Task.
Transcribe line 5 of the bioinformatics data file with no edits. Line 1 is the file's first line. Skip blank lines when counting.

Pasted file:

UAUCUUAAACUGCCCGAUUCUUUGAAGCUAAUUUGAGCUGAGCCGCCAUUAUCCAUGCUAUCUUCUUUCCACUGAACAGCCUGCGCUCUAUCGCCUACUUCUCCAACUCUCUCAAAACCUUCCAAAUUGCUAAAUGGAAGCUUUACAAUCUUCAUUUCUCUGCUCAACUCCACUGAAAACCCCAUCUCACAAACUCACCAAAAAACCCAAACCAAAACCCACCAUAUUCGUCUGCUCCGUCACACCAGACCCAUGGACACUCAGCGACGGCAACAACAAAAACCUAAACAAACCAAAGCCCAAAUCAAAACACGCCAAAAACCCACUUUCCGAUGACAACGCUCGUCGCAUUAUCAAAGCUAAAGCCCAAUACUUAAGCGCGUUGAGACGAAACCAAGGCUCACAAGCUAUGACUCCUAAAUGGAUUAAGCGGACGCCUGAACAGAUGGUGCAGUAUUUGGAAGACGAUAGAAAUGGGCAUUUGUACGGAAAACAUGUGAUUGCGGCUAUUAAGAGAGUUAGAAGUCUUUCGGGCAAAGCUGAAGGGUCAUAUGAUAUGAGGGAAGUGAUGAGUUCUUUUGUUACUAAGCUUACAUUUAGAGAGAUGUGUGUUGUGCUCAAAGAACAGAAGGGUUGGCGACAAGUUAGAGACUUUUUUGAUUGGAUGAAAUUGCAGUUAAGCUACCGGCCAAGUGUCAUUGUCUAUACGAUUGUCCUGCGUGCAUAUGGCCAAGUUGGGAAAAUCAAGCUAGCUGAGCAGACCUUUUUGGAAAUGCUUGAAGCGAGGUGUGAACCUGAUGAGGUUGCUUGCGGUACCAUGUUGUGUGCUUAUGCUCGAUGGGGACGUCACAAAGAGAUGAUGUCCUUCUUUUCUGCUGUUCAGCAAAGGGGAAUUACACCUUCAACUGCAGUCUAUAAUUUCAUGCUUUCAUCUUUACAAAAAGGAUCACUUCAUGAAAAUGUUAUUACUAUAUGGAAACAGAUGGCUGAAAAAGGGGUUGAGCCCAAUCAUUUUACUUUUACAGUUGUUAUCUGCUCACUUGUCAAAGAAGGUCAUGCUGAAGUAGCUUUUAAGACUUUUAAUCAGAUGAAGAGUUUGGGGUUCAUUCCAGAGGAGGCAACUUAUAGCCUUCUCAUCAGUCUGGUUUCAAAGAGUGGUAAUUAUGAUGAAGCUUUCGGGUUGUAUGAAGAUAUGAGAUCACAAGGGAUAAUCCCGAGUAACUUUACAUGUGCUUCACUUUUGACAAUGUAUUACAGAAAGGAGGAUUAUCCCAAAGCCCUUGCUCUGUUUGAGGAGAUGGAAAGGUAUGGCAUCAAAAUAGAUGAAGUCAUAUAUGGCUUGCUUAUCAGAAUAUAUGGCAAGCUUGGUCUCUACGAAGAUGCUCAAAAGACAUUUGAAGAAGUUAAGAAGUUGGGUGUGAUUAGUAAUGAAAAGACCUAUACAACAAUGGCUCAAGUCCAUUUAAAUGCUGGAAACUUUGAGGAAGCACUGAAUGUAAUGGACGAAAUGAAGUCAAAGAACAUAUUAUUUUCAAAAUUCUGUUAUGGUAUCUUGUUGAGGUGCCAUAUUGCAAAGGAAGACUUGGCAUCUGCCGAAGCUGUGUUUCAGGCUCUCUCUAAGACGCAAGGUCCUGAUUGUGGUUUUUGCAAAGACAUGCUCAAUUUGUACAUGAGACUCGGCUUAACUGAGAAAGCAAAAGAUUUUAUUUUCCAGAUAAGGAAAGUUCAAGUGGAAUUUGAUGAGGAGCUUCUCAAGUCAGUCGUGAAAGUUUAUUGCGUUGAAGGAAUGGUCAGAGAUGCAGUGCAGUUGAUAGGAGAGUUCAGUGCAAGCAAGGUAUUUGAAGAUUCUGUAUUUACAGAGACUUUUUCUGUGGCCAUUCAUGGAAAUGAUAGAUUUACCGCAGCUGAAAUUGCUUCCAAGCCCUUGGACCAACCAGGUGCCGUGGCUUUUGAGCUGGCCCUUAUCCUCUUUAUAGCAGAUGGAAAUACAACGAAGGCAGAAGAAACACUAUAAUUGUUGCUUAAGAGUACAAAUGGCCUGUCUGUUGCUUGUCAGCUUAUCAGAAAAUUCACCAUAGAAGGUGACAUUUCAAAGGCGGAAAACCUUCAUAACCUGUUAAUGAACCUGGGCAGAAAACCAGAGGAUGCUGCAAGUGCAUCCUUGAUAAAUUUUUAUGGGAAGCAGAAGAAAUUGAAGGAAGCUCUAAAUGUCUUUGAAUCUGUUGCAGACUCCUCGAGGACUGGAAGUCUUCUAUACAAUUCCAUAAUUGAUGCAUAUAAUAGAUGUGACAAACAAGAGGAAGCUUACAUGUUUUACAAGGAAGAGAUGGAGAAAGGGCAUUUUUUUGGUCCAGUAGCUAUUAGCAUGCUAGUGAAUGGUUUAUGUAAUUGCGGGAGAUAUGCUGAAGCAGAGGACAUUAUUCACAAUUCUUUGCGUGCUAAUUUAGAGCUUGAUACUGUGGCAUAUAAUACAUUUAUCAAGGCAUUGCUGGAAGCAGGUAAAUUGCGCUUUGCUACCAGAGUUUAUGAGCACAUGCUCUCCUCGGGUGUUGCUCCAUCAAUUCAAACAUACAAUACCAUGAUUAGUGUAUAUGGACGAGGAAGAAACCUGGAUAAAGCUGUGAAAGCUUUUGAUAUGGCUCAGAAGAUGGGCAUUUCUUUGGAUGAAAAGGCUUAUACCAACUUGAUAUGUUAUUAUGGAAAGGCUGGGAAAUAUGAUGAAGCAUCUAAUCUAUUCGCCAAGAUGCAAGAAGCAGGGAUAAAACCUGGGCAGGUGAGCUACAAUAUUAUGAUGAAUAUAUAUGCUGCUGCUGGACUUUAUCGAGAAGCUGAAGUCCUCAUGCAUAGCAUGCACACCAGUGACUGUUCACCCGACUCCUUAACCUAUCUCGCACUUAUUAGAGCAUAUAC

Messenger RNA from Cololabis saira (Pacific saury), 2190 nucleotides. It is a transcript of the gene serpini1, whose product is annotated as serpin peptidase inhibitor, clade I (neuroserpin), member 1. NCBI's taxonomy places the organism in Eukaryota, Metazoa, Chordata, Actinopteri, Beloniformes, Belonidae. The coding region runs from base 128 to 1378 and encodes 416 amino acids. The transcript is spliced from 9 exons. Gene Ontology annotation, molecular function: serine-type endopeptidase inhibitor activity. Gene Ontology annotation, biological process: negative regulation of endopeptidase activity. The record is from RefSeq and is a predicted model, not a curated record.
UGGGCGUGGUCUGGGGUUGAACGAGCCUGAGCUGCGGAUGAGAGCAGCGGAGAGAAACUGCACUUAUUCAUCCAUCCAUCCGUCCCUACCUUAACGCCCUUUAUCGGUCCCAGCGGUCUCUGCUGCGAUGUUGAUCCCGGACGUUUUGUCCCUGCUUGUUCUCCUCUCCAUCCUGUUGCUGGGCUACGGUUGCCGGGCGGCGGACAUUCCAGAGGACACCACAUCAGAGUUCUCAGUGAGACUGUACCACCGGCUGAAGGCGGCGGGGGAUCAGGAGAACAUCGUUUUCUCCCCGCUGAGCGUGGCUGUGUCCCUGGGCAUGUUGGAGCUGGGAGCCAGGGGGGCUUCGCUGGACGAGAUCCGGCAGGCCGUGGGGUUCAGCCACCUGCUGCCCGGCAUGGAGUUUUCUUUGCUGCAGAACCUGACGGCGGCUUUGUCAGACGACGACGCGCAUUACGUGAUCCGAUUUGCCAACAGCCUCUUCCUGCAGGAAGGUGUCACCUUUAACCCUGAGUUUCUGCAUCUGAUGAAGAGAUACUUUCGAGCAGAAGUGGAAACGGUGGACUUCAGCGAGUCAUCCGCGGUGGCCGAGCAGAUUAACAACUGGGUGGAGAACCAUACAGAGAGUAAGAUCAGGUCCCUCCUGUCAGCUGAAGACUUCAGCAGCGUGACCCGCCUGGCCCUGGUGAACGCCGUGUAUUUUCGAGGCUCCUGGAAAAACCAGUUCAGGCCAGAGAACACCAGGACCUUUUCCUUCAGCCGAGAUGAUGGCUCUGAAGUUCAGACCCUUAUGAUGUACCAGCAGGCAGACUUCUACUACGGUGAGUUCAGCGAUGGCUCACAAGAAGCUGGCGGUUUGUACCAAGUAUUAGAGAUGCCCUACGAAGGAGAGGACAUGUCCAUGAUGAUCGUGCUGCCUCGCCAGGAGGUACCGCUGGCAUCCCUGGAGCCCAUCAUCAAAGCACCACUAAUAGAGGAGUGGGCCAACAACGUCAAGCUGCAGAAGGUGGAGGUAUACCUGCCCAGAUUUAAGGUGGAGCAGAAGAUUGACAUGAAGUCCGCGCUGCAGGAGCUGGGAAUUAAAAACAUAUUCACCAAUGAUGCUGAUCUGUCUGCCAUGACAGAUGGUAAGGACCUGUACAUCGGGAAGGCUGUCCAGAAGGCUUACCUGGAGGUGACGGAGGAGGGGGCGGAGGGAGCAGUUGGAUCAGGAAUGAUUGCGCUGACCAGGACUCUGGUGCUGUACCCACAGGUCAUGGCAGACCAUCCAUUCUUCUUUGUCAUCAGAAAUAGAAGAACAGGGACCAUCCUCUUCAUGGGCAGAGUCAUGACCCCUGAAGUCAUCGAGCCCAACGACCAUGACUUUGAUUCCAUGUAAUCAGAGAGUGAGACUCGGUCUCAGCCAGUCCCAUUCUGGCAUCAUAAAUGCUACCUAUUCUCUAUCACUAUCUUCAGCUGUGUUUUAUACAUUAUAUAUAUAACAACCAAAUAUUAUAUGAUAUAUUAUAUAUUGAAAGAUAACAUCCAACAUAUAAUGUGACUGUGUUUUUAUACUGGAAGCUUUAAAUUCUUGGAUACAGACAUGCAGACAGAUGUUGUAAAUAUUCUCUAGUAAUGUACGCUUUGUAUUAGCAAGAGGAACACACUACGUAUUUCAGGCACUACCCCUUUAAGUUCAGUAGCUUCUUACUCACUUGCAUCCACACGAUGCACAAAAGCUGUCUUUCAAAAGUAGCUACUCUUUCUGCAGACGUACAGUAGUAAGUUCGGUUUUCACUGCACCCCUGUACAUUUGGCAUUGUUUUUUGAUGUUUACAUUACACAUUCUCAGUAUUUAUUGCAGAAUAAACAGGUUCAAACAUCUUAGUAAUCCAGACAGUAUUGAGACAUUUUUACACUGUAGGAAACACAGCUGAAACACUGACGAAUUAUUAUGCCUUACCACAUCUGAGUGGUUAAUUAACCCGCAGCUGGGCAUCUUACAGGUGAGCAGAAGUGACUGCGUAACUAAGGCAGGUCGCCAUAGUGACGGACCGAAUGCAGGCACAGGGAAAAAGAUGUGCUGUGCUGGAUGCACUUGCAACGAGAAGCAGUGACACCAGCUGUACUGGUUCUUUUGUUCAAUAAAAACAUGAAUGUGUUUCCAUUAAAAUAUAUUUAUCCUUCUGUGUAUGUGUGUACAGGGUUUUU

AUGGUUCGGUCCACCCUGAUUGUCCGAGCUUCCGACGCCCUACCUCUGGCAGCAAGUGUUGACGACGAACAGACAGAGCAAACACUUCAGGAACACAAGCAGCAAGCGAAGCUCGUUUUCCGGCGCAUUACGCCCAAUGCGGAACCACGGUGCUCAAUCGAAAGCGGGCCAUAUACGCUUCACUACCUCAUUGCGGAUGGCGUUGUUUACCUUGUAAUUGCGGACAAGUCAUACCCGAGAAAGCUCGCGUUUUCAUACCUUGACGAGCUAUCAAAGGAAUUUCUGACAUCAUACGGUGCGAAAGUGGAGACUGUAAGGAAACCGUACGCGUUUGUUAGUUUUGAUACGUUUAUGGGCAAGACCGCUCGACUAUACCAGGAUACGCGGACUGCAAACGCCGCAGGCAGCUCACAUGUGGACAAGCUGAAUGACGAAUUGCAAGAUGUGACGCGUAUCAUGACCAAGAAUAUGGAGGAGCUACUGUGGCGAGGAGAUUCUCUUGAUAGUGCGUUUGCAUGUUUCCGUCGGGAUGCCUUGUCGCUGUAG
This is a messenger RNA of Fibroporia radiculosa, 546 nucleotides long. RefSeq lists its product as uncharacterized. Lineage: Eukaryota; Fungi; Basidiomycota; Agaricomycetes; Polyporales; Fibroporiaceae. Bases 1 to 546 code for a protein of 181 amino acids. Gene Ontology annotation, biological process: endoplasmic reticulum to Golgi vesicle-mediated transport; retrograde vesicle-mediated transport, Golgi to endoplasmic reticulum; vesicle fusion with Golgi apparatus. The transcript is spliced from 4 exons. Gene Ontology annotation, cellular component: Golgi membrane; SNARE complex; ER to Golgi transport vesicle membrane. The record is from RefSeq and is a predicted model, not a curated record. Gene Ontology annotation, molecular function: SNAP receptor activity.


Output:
This is a messenger RNA of Fibroporia radiculosa, 546 nucleotides long. RefSeq lists its product as uncharacterized. Lineage: Eukaryota; Fungi; Basidiomycota; Agaricomycetes; Polyporales; Fibroporiaceae. Bases 1 to 546 code for a protein of 181 amino acids. Gene Ontology annotation, biological process: endoplasmic reticulum to Golgi vesicle-mediated transport; retrograde vesicle-mediated transport, Golgi to endoplasmic reticulum; vesicle fusion with Golgi apparatus. The transcript is spliced from 4 exons. Gene Ontology annotation, cellular component: Golgi membrane; SNARE complex; ER to Golgi transport vesicle membrane. The record is from RefSeq and is a predicted model, not a curated record. Gene Ontology annotation, molecular function: SNAP receptor activity.